This special theme focuses on the relation between realism and social or socialist realism from different angles and with examples from different countries. It consists of contributions from eight scholars who took part in the workshop: Sven-Olov Wallenstein, Karin Grelz, Aleksei Semenenko, Susanna Witt, Marcia Sá Cavalcante Schuback, Epp Lankots, and Charlotte Bydler and Dan Karlholm.
In Communist Poland, women had the right to abortion on request since 1956, while in Sweden, access to abortion was limited. The ”Polish solution” received ample attention in Swedish media.
In the 2000’s, Polish abortion policies were once again referred to as a reason for changing the Swedish abortion law, but the situation was now a very different one.
Mass mobilization against the ban on abortion is just another example of a new wave of grassroots mobilization in citizens protesting against the changes introduced by the conservative populist Law and Justice in Poland. Polish society becomes extremely polarized but also much more engaged and politically active.
It’s not always that the departure of someone whom we have a professional relationship with leaves a physical sense […]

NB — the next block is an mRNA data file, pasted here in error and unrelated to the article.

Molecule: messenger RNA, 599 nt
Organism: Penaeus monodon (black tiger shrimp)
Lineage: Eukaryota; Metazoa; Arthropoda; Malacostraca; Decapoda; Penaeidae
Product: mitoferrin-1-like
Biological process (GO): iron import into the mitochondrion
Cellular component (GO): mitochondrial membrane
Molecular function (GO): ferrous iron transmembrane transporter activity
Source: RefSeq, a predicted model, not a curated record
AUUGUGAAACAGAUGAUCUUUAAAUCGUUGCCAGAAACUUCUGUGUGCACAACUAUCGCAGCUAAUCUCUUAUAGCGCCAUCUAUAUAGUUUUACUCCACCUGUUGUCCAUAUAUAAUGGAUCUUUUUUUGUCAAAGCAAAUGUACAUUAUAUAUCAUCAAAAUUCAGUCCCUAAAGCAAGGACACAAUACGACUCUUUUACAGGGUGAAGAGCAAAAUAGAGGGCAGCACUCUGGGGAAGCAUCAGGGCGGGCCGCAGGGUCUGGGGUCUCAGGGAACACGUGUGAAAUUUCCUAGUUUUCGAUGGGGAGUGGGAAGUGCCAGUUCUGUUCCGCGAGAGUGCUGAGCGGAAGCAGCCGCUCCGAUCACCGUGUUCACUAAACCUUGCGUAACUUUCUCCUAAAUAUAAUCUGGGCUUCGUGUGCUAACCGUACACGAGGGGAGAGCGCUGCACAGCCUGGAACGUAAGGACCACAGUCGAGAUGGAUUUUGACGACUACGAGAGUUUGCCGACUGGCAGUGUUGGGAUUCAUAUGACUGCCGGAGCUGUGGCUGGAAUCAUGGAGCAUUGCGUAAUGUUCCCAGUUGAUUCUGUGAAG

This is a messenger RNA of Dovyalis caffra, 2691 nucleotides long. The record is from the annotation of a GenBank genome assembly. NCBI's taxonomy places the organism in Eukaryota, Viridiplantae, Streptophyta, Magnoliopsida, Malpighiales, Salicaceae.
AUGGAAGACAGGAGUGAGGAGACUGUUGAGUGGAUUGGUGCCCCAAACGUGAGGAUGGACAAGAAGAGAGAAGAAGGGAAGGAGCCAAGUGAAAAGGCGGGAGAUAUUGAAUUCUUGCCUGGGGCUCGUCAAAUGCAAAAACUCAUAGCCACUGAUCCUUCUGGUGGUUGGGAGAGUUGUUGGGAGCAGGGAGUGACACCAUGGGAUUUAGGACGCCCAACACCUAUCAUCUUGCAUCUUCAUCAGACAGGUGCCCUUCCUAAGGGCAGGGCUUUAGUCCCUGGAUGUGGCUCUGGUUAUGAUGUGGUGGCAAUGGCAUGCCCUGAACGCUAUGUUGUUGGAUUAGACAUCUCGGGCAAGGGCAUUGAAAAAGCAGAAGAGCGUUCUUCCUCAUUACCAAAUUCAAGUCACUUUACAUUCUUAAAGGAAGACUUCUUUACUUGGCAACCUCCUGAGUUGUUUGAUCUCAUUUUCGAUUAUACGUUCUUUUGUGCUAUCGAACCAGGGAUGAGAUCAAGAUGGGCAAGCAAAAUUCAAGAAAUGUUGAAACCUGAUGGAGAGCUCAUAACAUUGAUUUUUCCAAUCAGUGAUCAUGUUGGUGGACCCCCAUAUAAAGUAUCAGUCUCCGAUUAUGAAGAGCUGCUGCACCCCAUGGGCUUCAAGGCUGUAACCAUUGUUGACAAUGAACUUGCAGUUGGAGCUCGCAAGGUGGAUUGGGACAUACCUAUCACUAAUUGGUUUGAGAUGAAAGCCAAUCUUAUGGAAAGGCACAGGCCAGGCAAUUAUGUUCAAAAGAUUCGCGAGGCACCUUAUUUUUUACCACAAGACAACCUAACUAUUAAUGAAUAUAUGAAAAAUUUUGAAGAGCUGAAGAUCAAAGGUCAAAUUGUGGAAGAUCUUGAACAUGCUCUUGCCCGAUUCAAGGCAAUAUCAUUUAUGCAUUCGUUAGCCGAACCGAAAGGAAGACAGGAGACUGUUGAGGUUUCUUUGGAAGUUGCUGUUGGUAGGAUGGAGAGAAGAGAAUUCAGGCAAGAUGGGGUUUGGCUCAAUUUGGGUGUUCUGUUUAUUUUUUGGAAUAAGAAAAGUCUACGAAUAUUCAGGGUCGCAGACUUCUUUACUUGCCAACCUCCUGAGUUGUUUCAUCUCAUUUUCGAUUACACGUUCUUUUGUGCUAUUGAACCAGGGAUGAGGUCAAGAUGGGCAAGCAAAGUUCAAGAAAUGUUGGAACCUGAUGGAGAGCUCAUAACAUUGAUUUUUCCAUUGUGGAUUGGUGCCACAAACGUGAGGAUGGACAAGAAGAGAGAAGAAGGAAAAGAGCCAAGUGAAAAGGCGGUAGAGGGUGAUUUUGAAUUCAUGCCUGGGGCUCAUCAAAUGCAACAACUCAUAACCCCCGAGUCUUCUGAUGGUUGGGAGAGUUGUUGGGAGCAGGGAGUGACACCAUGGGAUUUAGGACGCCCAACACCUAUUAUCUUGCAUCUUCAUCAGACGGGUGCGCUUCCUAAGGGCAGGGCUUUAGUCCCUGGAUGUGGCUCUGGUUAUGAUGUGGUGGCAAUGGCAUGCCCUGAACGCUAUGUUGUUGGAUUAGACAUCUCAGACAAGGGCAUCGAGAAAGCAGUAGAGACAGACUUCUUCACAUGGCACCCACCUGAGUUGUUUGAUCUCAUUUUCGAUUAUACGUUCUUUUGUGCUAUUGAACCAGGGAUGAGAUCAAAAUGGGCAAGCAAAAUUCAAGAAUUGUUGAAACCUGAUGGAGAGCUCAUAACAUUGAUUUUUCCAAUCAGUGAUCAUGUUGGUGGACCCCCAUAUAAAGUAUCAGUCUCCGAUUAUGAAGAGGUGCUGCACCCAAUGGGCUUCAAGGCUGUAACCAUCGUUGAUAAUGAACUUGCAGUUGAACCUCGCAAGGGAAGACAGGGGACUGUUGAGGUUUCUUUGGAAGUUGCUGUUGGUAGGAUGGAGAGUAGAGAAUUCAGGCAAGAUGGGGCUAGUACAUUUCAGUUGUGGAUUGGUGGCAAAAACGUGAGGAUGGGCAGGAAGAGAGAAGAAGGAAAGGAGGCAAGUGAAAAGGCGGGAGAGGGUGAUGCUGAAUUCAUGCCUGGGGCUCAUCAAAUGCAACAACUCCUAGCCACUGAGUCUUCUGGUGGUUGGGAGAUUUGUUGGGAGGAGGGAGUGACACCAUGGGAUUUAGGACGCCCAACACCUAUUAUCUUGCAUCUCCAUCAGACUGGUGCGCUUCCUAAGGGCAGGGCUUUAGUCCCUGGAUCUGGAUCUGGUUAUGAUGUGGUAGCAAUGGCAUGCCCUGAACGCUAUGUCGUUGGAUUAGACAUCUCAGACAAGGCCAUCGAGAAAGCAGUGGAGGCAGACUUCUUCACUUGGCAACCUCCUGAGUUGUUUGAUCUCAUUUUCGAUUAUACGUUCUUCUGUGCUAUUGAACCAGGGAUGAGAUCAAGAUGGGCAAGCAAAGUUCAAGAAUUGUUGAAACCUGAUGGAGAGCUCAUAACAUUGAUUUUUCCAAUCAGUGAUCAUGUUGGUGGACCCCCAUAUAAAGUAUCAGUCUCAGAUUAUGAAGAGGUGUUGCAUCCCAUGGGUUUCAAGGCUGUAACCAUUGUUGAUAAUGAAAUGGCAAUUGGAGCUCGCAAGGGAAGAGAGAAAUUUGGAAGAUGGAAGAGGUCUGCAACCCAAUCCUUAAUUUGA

Robert Conquest died on Monday 3 August in Stanford, California. He was 98. Lennart Samuelson here writes on a historian who in his fundamental book of 1969 more than any other coined the term ‘the Great Terror’ for Stalin’s purges and show trials in the 1930s. Baltic Worlds also here highlight Samuelson’s previously published review on the Festschrift Political Violence: Belief, Behavior, and Legitimation, presented to Robert Conquest on his 90th birthday.
In Ukraine today, “solidarity” means self-dedication and sacrifice — and is more tangible than ever before.
To speak of a solidarity beyond sense or meaning does not imply that the solidarity in question lies beyond the world, or beyond existence. What Patočka is trying to come to terms with is rather a solidarity at the limits of existence and at the limits of experience: the experiences of the limits of existence.
The term “fraternity” has been clearly linked to a register that could be called romantic. This explains the desire to distinguish the word from others like “solidarity” and “justice” and in particular “equality”.
In 1980, women’s participation in the Solidarność movement was far from invisible. Women were present from the start and they “took over” several highly important activities in Solidarność after its de-legalization in December 1981. The invisibility of these tasks was compounded by the fact that all of this work was illegal.
The author analyzes the content of the word “solidarity”, not for the sake of linguistics, but in the belief that words contain memories as well as many other experiences, often conflicting ones. He also talks about Solidarity, the trade union in Poland, which was created in August 1980 and crushed in December 1981.